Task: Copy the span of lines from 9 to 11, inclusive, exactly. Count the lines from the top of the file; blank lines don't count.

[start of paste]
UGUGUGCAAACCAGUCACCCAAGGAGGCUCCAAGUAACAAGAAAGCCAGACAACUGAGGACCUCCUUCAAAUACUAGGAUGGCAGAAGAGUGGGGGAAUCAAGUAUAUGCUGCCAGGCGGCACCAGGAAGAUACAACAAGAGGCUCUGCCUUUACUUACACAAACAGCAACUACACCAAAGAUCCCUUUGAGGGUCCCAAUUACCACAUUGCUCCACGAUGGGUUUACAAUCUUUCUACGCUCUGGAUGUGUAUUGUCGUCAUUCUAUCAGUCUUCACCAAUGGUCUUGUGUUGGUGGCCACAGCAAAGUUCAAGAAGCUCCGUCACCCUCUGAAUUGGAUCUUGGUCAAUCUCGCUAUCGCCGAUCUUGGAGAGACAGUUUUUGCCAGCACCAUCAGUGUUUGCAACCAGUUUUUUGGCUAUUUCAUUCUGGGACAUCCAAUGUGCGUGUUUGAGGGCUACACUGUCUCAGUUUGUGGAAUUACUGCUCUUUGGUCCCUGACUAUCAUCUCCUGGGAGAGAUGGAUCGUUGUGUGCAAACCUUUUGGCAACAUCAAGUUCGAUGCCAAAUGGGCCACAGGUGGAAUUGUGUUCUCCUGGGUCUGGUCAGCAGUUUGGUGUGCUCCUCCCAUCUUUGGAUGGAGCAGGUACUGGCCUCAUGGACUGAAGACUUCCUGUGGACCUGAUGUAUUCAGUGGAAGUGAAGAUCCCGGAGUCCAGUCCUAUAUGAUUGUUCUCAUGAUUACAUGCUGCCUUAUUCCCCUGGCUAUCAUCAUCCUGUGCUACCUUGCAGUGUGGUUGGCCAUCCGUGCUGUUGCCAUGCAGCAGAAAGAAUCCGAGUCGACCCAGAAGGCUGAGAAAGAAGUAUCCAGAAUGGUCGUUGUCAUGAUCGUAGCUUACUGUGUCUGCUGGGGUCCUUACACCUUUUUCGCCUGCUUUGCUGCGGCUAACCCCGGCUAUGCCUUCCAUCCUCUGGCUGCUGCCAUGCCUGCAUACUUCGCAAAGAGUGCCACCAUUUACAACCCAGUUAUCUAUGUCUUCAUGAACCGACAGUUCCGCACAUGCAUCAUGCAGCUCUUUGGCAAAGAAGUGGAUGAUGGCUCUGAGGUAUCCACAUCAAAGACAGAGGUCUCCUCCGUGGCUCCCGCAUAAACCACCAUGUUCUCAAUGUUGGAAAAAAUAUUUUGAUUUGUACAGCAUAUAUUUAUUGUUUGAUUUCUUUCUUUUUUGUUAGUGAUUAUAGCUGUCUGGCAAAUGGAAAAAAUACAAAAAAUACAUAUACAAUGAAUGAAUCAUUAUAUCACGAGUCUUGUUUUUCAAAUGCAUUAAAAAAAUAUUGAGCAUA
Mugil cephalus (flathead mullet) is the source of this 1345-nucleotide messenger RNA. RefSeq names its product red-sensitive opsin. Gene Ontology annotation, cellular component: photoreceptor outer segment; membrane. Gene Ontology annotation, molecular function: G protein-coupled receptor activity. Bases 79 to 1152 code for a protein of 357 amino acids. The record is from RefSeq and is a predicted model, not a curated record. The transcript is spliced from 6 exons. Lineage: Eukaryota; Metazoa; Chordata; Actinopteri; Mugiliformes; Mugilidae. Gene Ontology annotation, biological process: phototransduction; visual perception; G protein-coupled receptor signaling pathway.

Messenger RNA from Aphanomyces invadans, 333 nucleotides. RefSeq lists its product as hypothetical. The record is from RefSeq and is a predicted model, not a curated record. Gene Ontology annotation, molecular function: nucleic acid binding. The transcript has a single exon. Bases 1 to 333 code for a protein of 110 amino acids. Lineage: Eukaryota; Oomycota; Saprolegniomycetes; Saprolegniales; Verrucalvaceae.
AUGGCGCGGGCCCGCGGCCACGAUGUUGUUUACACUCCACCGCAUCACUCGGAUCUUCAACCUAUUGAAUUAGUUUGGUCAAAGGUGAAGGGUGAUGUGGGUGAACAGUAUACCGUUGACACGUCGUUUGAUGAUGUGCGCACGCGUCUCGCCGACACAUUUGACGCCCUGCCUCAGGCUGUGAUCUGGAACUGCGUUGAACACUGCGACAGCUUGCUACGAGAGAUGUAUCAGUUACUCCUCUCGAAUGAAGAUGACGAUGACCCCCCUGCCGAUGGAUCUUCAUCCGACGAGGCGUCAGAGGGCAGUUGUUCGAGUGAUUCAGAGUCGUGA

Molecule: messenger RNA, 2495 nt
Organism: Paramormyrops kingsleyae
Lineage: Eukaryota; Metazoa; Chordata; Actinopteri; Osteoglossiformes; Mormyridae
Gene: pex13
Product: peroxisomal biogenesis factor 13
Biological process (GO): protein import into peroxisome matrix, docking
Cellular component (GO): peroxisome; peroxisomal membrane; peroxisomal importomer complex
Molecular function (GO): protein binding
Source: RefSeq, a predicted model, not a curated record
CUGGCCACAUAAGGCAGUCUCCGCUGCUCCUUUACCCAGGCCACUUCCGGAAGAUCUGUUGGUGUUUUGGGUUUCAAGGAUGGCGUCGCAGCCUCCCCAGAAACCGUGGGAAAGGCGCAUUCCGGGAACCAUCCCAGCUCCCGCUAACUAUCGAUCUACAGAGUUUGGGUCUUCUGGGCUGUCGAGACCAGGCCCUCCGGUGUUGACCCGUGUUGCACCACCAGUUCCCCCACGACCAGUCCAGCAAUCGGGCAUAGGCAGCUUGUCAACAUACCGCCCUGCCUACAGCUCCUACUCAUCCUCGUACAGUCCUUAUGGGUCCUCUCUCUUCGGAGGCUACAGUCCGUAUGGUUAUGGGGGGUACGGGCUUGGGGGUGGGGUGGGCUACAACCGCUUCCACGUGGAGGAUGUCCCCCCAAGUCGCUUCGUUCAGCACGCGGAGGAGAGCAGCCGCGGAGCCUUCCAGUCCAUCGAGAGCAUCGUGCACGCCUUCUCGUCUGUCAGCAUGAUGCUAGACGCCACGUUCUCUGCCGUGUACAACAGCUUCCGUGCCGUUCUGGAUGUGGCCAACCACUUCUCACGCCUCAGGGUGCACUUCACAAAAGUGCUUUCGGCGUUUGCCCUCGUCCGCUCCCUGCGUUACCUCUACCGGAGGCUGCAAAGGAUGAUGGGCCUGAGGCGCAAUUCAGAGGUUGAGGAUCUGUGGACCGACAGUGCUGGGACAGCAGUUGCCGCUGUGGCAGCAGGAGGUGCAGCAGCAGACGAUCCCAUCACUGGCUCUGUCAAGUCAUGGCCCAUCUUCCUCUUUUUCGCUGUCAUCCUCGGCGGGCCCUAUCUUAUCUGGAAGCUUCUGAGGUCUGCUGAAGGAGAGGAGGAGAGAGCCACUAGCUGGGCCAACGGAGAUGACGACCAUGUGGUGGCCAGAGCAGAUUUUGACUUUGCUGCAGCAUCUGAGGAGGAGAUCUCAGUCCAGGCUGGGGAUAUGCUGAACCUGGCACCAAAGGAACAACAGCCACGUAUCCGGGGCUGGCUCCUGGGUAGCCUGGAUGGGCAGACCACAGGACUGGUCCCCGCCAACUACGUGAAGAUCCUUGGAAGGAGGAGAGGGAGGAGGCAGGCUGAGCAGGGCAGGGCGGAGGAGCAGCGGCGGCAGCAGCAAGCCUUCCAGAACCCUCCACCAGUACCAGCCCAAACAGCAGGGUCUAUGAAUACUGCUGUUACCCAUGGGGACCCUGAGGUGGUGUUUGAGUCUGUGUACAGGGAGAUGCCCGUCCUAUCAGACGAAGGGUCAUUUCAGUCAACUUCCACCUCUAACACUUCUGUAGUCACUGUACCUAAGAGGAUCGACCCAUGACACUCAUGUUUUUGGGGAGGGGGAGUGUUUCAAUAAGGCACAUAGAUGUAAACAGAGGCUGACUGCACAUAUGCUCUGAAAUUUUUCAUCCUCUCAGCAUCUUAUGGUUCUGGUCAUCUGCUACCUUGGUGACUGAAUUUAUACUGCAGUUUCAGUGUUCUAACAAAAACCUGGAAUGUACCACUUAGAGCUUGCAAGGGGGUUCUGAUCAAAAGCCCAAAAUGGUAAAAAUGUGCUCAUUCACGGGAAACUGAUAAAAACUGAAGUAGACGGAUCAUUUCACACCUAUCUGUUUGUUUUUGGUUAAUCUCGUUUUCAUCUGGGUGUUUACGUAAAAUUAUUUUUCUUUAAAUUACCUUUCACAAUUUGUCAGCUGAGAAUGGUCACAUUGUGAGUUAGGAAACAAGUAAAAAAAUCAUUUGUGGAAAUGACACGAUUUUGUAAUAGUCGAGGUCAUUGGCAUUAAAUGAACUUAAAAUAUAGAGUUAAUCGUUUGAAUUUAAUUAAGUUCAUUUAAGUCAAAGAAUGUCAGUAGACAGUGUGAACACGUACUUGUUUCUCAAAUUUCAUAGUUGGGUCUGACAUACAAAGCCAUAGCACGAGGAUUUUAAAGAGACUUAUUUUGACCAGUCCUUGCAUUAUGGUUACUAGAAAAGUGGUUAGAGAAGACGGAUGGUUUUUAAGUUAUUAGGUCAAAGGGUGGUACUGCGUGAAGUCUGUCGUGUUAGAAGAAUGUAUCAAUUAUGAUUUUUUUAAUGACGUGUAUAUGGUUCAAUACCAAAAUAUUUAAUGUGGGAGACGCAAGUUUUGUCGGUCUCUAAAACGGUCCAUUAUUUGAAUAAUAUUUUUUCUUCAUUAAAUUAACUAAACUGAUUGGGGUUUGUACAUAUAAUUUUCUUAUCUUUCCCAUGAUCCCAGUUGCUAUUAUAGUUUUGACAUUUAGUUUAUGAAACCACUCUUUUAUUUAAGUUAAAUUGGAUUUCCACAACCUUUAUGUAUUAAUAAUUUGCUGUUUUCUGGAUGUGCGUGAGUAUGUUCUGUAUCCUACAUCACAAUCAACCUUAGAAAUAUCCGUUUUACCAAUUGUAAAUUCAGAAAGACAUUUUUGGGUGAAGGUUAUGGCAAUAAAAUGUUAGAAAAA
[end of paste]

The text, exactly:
Product: peroxisomal biogenesis factor 13
Biological process (GO): protein import into peroxisome matrix, docking
Cellular component (GO): peroxisome; peroxisomal membrane; peroxisomal importomer complex